A bill designed to help keep film makers in California by eliminating fees they pay for set supervision in state parks was left in committee last week and apparently is dead for this session of the Legislature.
Sponsors of the measure said they will revive it in January to try to slow the exodus of the motion picture and television industries to other states.
The demise of the bill was an unexpected victory for park rangers and environmentalists, who had argued that it would lead to deterioration of the state parks where most of the shooting is done--particularly seven in the Santa Monica Mountains.
Those seven local parks are the sites for nearly half the shooting in all state parks because of their proximity to studios and to industry employees, who must be paid extra for traveling to more distant locations. Elimination of fees for set supervision would have increased traffic by film crews, opponents of the bill said.
“We’re relieved,” said Doug Brice, executive manager of the California Park Rangers Assn. “We felt it was a very bad bill, but we didn’t think we had any chance at all of stopping it.”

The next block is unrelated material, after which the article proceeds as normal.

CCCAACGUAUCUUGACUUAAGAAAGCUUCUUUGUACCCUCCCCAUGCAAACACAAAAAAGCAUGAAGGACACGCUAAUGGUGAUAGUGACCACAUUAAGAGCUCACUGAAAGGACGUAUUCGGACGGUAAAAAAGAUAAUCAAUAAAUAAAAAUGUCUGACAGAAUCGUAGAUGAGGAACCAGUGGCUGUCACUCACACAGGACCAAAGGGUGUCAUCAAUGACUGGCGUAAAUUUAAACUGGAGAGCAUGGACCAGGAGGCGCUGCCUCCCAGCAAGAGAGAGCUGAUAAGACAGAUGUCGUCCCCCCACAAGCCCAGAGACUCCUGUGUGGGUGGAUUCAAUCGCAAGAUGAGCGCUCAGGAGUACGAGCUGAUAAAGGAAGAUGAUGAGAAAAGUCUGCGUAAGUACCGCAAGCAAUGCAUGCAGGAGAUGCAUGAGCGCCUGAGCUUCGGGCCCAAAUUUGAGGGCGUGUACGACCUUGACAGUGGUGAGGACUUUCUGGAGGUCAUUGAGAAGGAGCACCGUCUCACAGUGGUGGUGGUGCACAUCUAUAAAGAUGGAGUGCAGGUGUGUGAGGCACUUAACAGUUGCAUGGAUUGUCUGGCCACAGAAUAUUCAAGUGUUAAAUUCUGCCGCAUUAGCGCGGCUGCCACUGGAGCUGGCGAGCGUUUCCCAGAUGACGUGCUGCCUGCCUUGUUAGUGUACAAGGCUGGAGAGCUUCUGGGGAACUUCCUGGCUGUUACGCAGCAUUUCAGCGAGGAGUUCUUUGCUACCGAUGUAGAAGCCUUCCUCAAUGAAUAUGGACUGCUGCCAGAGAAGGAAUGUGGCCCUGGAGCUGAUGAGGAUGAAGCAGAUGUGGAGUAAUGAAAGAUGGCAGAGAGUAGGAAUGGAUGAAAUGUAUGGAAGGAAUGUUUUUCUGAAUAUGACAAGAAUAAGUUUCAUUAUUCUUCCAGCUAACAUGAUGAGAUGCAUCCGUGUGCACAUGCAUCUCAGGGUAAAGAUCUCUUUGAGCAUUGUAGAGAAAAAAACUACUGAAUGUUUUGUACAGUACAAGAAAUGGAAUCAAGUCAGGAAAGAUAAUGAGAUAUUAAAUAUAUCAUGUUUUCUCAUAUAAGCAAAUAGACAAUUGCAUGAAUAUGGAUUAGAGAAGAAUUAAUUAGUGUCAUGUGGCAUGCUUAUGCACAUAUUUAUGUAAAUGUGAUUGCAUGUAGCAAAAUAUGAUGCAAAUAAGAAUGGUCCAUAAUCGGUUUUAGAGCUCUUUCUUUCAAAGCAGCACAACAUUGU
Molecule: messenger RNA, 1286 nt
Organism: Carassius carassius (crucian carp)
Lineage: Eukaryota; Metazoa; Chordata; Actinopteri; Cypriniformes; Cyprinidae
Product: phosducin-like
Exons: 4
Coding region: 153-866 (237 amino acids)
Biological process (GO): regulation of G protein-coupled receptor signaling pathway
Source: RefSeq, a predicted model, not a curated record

Rick Parmer, president of the rangers association, said that staffing in the state park system is “already stretched to the maximum, to the breaking point in some cases, so we’re really worried about small things like this film industry bill.”
Parmer said that a recent survey shows that camping reservations at state parks have increased 30% this summer.
The bill, by Assemblyman Stan Statham (R-Redding), did not die on its merits or because of strong opposition, said Statham. It simply got lost along with dozens of other bills in the Senate Appropriations Committee during the final hectic days of the legislative session, he said.
“Without question, it will be back,” Statham said. A coalition of trade associations and entertainment-industry unions will continue to support it, he said.
The bill would have removed a requirement that movie and television companies reimburse the state for the use of rangers who monitor their operations while on location in state parks.
Companies now pay about $30 an hour for each state employee on the set. The bill would have required the state Department of Parks and Recreation to bear that expense but did not include any additional funds for the department.
“We have shown quite conclusively that the parks department is understaffed and could not have absorbed this additional workload,” said Brice. “There would have been a reduction in monitoring with resulting damage and destruction to resources.”
But Statham said the bill would have been one small step toward stopping the loss of movie production business that has been lured out of California by 40 other states. An estimated $1 billion worth of productions are shot outside of California each year.